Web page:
The Impact of the Disaster
The Grenfell Tower disaster had both social and economic impacts. For one, the fire’s nearness to the Latimer Road tube station resulted in a partial closure of the London Underground’s Circle and Hammersmith and City lines. Bus routes within the area were also being rerouted or diverted inconveniencing many travellers in the process (Kirkpatrick, Hakim, & Glanz 2017). Transport services were suspended for fear of wreckages falling from the tower bringing injury to the by-passers. Approximately, 151 homes were damaged in the tower and its neighbourhoods (BBC NEWS 2017). Many people living near the tower were evacuated to other areas for fear that the building might collapse. The Kensington Aldridge Academy was also closed and students temporarily relocated to other schools within the area (Gross, 2017). Property worth millions of euros was destroyed as a consequence of the fire. However, the financial impact of the fire can go over one billion euros. This includes a combination of compensation for injuries and deaths, litigation, the cost of demolition and reconstruction, and rehousing and rehabilitation. Many businesses in the area also experienced low business (Kirkpatrick, Hakim, & Glanz 2017). Definitely, people living in the area were unable to go on with their daily activities as they tried to cope with the devastating effects of the fire tragedy.
Other than the economic effects, theGrenfell Tower disaster also had devastating social effects. Official reports show that at least 71 people lost their lives (Dearden, 2007). The National Hospital Service (NHS) confirmed that 74 people were injured and taken to different healthcare organizations across London, including the King’s College Hospital, Chelsea and Westminster Hospital, St Thomas, King’s College, and St Mary’s Hospital (BBC NEWS 2017). 20 out of the injured were a critical condition at the time they arrived at the hospital. Among those hospitalized, at least three victims were treated after being poisoned by hydrogen cyanide (possibly released from the combustion of facade compounds) (Gross 2017). At least one person died while undergoing treatment in the hospital after inhaling fire fumes. Some of the survivors of the tragedy struggled to cope with life after the incidence. Inquests have shown that some even went to extent of wanting to take their lives. Many people in the area and the entire London region rallied to help the victims of the fire through donations such as food, clothes, toys, and water among others gifts. The government coordinated the efforts to help victims of the fire and especially the relocation of those who were directly affected by the fire outbreak (Wright 2017).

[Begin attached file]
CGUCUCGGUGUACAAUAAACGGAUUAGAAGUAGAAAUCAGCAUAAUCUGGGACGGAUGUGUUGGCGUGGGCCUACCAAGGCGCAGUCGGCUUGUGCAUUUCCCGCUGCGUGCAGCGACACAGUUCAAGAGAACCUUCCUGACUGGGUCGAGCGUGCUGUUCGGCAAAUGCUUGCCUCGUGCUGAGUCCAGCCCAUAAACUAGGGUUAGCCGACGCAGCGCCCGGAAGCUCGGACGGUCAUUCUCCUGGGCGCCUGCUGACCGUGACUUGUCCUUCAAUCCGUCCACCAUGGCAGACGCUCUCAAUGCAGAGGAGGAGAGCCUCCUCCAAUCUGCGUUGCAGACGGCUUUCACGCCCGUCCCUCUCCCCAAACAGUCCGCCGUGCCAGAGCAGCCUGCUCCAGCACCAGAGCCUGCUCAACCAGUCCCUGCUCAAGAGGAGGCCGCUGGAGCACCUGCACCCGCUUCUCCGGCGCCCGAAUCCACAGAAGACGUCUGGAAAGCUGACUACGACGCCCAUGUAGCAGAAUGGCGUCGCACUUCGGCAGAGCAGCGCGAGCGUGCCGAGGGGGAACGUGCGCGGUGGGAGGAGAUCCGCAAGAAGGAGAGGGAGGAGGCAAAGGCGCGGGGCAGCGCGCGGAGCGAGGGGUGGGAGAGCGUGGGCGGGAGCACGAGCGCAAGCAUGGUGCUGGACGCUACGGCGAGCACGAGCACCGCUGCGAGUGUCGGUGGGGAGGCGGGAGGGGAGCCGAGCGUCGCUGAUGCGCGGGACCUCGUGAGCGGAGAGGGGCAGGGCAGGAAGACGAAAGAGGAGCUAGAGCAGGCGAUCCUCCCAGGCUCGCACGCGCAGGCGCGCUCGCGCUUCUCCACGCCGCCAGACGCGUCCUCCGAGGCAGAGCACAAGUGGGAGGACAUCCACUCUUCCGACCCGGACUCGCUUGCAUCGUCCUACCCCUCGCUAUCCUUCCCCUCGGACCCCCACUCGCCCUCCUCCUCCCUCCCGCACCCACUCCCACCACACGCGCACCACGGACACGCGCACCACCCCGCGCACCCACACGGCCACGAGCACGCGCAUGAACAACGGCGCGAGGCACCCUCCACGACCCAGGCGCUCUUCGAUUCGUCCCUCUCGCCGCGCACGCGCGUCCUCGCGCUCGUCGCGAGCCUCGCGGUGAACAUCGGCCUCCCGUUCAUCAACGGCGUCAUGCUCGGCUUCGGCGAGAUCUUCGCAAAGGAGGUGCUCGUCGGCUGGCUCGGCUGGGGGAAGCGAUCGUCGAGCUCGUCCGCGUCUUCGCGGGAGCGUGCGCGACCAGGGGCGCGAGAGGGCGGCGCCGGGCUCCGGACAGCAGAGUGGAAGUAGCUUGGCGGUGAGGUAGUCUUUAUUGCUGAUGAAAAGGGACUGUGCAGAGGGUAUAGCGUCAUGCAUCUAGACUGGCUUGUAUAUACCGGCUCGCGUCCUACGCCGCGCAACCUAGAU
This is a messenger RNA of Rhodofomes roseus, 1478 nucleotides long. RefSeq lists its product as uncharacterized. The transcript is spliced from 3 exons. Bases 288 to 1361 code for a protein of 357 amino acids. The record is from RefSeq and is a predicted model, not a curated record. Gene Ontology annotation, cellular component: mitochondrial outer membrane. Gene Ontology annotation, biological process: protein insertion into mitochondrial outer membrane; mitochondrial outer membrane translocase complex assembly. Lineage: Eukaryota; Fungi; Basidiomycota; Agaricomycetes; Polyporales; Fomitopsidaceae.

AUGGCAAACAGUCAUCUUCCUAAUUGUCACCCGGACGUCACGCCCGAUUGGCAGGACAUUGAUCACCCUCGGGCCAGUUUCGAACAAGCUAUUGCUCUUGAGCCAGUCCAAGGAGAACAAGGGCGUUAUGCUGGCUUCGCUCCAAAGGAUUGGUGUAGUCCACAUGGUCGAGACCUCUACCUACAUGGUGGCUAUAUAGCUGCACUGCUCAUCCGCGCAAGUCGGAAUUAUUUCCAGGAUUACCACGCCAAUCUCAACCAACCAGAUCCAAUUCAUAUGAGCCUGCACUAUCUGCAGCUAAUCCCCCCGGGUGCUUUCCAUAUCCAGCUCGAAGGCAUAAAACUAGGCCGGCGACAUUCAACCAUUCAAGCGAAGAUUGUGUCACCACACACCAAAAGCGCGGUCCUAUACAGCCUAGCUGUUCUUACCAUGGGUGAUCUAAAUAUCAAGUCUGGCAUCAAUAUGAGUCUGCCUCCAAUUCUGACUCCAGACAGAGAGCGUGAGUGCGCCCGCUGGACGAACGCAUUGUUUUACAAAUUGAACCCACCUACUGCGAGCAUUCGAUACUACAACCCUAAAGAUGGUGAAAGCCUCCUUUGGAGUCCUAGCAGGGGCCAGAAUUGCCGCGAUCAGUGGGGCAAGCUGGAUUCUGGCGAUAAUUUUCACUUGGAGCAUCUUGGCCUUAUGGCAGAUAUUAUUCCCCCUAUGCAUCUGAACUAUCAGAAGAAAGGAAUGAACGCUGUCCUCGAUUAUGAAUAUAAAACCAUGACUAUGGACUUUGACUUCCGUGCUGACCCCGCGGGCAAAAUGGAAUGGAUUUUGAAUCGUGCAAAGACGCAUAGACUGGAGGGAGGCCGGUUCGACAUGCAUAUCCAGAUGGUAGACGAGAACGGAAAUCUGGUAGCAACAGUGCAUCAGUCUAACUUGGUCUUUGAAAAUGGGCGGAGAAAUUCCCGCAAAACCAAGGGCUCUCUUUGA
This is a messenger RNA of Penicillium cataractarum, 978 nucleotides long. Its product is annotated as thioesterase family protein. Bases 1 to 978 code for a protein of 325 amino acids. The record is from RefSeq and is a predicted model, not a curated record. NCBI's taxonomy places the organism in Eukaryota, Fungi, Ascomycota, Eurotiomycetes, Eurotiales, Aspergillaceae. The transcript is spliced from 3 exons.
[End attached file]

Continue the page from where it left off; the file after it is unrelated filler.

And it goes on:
Who Was Legally To Blame For The Disaster?
To determine who was legally to blame for the disaster, one has to understand the legal duties of the owner of the building and the public duty of care. It is also essential to analyse the private individual liability of individuals including tenants, contractors, and association. In tort law, the public duty of care is viewed as a legal obligation imposed on an individual or entity requiring observance of standards relating to reasonable care while executing acts that could predictably harm others (Gross 2017). Essentially, an individual is expected to act as a reasonable or responsible person given certain circumstances, and therefore the deviation from the same can lead to negligence (Cornford 2016). As such, to determine who was legally responsible for the disaster, it is imperative to understand whether the actions of the stakeholders associated with the Tower neglected their legal duties in taking the necessary actions to prevent the disaster from occurring. This includes the owner, third parties, and the government. Nevertheless, in this case, the owner of the building (Kensington and Chelsea London Borough Council) carries the greatest liability.
Any potential private liability of individuals must also be analysed. Individuals such as tenants, contractors, and associations also had a role to play in ensuring the removal of any hazards that could later contribute to a disaster (Cornford 2016). The law provides ways through which such individuals can help in dealing with the problem. For example, tenants can raise their concerns to the authorities should they come to the conclusion that a building is a safety risk. However, it is upon the authorities to take the necessary actions to ensure the concerns raised by tenants are addressed and that the problem at hand is resolved. Associations also play a similar role as they can also air their disquiets to the authorities alerting them to any foreseeable problem. In the same way, contractors are also expected to take the necessary measures to ensure the materials used in the building are certified and do not cause any hazard to the environment and the eventual inhabitants of a building (Lunney, Nolan, & Oliphant 2017). In the Grenfell Tower disaster, all these stakeholders had a legal role to play in either reducing or removing hazards that eventually led to the tragedy. Nonetheless, as a result of different issues and problems, this was not done (Kirkpatrick, Hakim, & Glanz 2017).